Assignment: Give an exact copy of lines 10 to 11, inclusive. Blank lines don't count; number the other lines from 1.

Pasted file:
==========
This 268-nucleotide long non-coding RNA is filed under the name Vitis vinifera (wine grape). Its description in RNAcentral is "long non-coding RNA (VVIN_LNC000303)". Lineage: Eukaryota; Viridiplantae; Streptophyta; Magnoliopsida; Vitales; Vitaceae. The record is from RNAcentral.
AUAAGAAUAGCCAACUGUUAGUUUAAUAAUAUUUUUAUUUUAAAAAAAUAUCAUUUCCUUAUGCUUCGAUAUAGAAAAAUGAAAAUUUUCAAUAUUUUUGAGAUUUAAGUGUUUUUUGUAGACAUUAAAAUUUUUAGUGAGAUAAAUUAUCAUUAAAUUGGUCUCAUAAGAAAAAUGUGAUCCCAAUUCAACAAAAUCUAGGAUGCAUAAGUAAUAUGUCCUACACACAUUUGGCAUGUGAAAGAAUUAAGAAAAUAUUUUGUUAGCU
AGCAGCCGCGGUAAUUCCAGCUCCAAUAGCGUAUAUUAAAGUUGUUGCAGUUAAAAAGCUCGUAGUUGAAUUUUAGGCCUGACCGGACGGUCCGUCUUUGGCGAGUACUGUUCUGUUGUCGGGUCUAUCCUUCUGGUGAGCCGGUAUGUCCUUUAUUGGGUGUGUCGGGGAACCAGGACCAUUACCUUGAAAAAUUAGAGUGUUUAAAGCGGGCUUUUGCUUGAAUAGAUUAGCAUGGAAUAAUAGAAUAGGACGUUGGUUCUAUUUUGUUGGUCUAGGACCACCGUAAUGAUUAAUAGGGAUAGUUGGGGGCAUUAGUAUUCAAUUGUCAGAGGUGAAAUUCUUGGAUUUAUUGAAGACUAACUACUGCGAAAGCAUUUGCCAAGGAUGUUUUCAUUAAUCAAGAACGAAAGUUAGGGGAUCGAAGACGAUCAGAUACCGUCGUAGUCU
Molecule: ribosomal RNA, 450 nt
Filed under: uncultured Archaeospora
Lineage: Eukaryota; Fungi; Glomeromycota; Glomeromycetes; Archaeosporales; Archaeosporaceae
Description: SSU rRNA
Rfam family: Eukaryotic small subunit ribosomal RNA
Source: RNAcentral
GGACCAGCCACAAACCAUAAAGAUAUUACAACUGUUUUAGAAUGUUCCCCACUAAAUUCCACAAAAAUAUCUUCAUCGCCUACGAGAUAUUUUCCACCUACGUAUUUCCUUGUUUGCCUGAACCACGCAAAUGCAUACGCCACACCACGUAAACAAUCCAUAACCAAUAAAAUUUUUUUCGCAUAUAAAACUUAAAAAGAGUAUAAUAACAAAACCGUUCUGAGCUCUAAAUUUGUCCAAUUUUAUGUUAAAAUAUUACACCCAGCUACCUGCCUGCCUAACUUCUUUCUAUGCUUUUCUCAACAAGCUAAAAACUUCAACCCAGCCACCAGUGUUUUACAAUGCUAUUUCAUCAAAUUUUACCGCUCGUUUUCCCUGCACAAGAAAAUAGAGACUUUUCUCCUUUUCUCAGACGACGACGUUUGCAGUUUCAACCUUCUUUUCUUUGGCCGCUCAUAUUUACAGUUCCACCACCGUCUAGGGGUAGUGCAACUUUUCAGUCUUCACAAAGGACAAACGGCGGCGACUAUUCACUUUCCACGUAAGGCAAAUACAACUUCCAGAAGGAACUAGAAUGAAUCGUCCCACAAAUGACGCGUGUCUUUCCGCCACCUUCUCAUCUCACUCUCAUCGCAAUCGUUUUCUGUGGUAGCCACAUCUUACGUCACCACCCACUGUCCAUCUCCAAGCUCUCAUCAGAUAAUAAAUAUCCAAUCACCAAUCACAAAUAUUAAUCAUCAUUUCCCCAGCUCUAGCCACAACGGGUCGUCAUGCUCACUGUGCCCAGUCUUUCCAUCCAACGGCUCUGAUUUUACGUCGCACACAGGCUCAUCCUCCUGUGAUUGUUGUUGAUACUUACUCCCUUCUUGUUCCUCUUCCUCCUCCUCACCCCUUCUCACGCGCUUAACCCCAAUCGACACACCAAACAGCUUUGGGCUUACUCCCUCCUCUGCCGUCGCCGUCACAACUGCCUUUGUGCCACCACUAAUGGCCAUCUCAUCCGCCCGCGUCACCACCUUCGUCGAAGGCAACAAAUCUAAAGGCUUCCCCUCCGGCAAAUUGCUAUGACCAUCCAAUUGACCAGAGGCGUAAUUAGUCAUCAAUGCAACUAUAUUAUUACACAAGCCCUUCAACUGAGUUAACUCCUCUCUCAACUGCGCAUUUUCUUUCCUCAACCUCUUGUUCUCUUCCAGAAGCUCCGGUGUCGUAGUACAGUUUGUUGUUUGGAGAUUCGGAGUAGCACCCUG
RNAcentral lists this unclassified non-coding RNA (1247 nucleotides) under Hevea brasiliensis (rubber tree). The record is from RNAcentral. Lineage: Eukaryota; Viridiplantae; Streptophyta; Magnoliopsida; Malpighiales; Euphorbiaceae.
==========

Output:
GGACCAGCCACAAACCAUAAAGAUAUUACAACUGUUUUAGAAUGUUCCCCACUAAAUUCCACAAAAAUAUCUUCAUCGCCUACGAGAUAUUUUCCACCUACGUAUUUCCUUGUUUGCCUGAACCACGCAAAUGCAUACGCCACACCACGUAAACAAUCCAUAACCAAUAAAAUUUUUUUCGCAUAUAAAACUUAAAAAGAGUAUAAUAACAAAACCGUUCUGAGCUCUAAAUUUGUCCAAUUUUAUGUUAAAAUAUUACACCCAGCUACCUGCCUGCCUAACUUCUUUCUAUGCUUUUCUCAACAAGCUAAAAACUUCAACCCAGCCACCAGUGUUUUACAAUGCUAUUUCAUCAAAUUUUACCGCUCGUUUUCCCUGCACAAGAAAAUAGAGACUUUUCUCCUUUUCUCAGACGACGACGUUUGCAGUUUCAACCUUCUUUUCUUUGGCCGCUCAUAUUUACAGUUCCACCACCGUCUAGGGGUAGUGCAACUUUUCAGUCUUCACAAAGGACAAACGGCGGCGACUAUUCACUUUCCACGUAAGGCAAAUACAACUUCCAGAAGGAACUAGAAUGAAUCGUCCCACAAAUGACGCGUGUCUUUCCGCCACCUUCUCAUCUCACUCUCAUCGCAAUCGUUUUCUGUGGUAGCCACAUCUUACGUCACCACCCACUGUCCAUCUCCAAGCUCUCAUCAGAUAAUAAAUAUCCAAUCACCAAUCACAAAUAUUAAUCAUCAUUUCCCCAGCUCUAGCCACAACGGGUCGUCAUGCUCACUGUGCCCAGUCUUUCCAUCCAACGGCUCUGAUUUUACGUCGCACACAGGCUCAUCCUCCUGUGAUUGUUGUUGAUACUUACUCCCUUCUUGUUCCUCUUCCUCCUCCUCACCCCUUCUCACGCGCUUAACCCCAAUCGACACACCAAACAGCUUUGGGCUUACUCCCUCCUCUGCCGUCGCCGUCACAACUGCCUUUGUGCCACCACUAAUGGCCAUCUCAUCCGCCCGCGUCACCACCUUCGUCGAAGGCAACAAAUCUAAAGGCUUCCCCUCCGGCAAAUUGCUAUGACCAUCCAAUUGACCAGAGGCGUAAUUAGUCAUCAAUGCAACUAUAUUAUUACACAAGCCCUUCAACUGAGUUAACUCCUCUCUCAACUGCGCAUUUUCUUUCCUCAACCUCUUGUUCUCUUCCAGAAGCUCCGGUGUCGUAGUACAGUUUGUUGUUUGGAGAUUCGGAGUAGCACCCUG
RNAcentral lists this unclassified non-coding RNA (1247 nucleotides) under Hevea brasiliensis (rubber tree). The record is from RNAcentral. Lineage: Eukaryota; Viridiplantae; Streptophyta; Magnoliopsida; Malpighiales; Euphorbiaceae.